Ruby, Ruby on Rails, and _why: The disappearance of one of the world’s most beloved computer programmers.

Where’s _why? What Happened When One of the World’s Most Beloved Programmers Vanished.

Where’s _why? What Happened When One of the World’s Most Beloved Programmers Vanished.

Innovation, the Internet, gadgets, and more.
March 15 2012 6:00 AM

Where’s _why?

What happened when one of the world’s most unusual, and beloved, computer programmers disappeared.

Illustration by Charlie Powell.

Illustration by Charlie Powell.

In March 2009, Golan Levin, the director of Carnegie Mellon University’s interdisciplinary STUDIO for Creative Inquiry, invited an enigmatic and famed computer programmer known to the virtual world only as “Why the Lucky Stiff” or  “_why”—no, not a typo—to speak at a CMU conference called Art && Code—also not a typo—an event where artsy nerds and nerdy artists gather to talk shop.

_why came to Pittsburgh and presented his latest project to a room full of a student programmers and artists. He was scruffily handsome, seemingly in his early- to mid-30s, with shaggy brown hair falling in his eyes and a constant half-smile. He looked like a member of an indie band—he actually was in an indie band—or the leader of an experimental improv troupe.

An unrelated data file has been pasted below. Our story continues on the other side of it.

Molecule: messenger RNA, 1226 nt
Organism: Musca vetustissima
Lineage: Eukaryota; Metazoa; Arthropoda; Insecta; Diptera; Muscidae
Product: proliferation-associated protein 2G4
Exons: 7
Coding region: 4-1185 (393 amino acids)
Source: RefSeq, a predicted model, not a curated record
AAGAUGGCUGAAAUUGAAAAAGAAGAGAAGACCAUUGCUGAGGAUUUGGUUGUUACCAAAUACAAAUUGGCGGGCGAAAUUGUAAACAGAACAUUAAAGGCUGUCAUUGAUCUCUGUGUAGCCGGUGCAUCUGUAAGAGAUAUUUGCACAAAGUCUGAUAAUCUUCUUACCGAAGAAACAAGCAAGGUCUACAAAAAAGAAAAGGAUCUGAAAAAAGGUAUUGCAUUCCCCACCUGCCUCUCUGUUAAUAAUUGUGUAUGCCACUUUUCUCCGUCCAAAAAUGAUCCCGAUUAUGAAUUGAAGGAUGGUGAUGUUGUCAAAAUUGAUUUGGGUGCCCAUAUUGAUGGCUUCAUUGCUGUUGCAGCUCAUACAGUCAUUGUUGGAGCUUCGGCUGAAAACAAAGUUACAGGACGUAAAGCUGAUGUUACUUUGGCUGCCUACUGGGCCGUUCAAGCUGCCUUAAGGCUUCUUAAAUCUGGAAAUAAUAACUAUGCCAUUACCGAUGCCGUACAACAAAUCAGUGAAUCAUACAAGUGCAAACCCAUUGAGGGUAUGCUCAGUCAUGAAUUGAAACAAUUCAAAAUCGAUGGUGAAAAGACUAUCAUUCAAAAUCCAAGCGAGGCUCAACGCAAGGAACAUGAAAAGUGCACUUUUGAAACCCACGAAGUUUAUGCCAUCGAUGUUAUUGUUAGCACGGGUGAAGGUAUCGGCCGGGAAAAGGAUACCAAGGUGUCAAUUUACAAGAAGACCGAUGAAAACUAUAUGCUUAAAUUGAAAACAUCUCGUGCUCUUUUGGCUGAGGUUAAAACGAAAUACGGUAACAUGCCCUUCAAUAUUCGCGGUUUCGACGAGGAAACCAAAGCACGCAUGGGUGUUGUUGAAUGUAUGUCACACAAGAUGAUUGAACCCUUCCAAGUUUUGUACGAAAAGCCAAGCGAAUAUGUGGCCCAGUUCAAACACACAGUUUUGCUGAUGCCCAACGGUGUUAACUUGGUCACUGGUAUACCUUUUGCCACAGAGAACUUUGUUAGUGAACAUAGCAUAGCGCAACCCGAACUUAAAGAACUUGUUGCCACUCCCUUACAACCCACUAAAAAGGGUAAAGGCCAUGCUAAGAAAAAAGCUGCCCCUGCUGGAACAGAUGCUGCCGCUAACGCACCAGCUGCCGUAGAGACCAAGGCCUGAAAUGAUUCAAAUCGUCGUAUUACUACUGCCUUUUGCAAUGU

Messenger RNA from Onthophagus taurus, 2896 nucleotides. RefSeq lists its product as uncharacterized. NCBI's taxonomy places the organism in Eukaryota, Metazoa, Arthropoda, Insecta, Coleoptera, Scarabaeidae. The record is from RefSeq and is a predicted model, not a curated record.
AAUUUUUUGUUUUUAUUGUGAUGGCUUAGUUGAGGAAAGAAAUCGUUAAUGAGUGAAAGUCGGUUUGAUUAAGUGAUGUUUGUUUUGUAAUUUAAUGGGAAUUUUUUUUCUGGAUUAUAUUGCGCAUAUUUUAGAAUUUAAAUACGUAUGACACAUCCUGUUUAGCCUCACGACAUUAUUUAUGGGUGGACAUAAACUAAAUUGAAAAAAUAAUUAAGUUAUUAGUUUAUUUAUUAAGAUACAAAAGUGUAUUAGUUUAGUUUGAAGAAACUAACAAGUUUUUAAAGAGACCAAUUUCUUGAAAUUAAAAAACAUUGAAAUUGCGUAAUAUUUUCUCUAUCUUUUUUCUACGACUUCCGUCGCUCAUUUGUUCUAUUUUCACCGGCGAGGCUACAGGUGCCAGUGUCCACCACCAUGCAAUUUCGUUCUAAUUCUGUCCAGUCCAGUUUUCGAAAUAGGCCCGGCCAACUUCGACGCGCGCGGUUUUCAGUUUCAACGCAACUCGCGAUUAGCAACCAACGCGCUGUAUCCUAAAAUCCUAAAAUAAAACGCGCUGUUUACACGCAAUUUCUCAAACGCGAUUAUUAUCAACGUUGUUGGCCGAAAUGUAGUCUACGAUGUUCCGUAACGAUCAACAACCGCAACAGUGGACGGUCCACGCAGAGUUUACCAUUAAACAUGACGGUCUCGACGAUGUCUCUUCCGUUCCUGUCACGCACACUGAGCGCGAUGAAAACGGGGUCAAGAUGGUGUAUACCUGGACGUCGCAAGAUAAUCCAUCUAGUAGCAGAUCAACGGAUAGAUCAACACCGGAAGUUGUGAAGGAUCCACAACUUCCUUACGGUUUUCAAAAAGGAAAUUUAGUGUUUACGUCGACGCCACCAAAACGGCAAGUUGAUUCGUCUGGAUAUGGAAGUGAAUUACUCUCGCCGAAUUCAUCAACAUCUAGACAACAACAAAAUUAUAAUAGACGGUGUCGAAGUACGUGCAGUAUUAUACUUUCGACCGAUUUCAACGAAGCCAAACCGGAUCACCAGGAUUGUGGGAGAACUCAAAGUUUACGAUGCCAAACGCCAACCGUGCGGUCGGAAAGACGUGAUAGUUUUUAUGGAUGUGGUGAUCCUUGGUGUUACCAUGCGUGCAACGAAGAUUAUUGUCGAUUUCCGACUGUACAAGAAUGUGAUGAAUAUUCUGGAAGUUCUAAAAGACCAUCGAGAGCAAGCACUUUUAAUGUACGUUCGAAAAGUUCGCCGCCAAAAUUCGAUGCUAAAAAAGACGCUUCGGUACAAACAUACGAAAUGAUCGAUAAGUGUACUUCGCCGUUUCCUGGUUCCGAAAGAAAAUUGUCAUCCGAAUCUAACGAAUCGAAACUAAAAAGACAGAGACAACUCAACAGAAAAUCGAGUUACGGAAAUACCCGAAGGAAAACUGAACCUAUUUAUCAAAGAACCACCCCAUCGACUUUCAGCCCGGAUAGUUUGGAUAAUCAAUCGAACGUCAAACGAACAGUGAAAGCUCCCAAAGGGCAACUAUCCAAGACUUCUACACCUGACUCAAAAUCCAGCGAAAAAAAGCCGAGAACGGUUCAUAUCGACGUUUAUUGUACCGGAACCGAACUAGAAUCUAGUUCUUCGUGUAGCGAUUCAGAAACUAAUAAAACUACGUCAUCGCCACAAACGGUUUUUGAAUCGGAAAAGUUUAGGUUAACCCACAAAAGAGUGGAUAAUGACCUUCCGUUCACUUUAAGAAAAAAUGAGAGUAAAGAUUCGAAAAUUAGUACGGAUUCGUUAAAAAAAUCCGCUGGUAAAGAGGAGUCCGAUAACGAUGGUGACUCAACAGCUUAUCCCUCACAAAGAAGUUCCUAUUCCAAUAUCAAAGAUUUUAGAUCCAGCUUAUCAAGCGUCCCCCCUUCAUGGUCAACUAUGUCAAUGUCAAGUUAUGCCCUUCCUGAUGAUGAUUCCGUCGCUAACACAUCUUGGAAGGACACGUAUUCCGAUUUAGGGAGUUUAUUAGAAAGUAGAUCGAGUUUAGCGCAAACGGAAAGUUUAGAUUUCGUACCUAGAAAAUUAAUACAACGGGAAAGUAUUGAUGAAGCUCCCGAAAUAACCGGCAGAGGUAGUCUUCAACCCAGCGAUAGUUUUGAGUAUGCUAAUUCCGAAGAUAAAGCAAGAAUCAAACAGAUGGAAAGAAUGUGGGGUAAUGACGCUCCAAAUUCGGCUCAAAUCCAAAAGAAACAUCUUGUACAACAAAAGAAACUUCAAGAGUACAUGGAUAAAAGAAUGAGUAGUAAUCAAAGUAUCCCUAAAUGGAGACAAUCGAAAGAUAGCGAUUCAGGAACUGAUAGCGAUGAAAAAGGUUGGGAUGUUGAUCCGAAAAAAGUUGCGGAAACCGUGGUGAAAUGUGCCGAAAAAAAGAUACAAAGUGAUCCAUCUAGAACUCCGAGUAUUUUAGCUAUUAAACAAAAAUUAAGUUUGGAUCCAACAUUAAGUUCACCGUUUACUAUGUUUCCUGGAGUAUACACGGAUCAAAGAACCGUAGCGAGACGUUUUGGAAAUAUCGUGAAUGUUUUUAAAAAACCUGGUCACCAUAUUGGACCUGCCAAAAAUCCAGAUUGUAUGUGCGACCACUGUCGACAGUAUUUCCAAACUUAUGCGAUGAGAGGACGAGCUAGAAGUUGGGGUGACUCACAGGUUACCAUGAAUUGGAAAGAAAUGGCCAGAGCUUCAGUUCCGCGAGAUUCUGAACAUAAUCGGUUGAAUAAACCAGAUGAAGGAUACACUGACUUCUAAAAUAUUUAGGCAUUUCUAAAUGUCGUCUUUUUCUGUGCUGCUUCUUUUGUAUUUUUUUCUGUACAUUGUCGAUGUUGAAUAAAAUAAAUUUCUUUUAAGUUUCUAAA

At this symposium, he wore a pair of oversize sunglasses and a tidy sports coat with a red pocket square, a silly riff on a stuffy professor’s outfit. He introduced himself as a “freelance professor.” “I don’t know exactly why I was invited here today. I’m not associated with anything of repute,” he admitted to giggles from the packed crowd.


He riffed on his nom d’Internet, Why the Lucky Stiff: “Some people want to call me Mr. Why. My nametag was filed under ‘L.’ The thing is, it’s just a middle name. There’s no first or last. It’s just one middle name. That’s just the nature of it,” he said.

Then he introduced his new product, a free interactive application called Hackety Hack, which he had built from scratch to solve a problem he called the “Little Coders Predicament” in a 2003 manifesto.

The Little Coder’s Predicament arises from the following problem: We live in world of astonishingly advanced technologies, easy to use and all around us. Your grandmother has a smartphone. Your 2-year-old can play with an iPad. But the technology behind such marvels is complex and invisible, abstracted away from the human controlling it. Nor do these technologies offer us many ready chances to do basic programming on them. For nearly all of us, code, the language that controls these objects and in a way controls our world, is mysterious and indecipherable.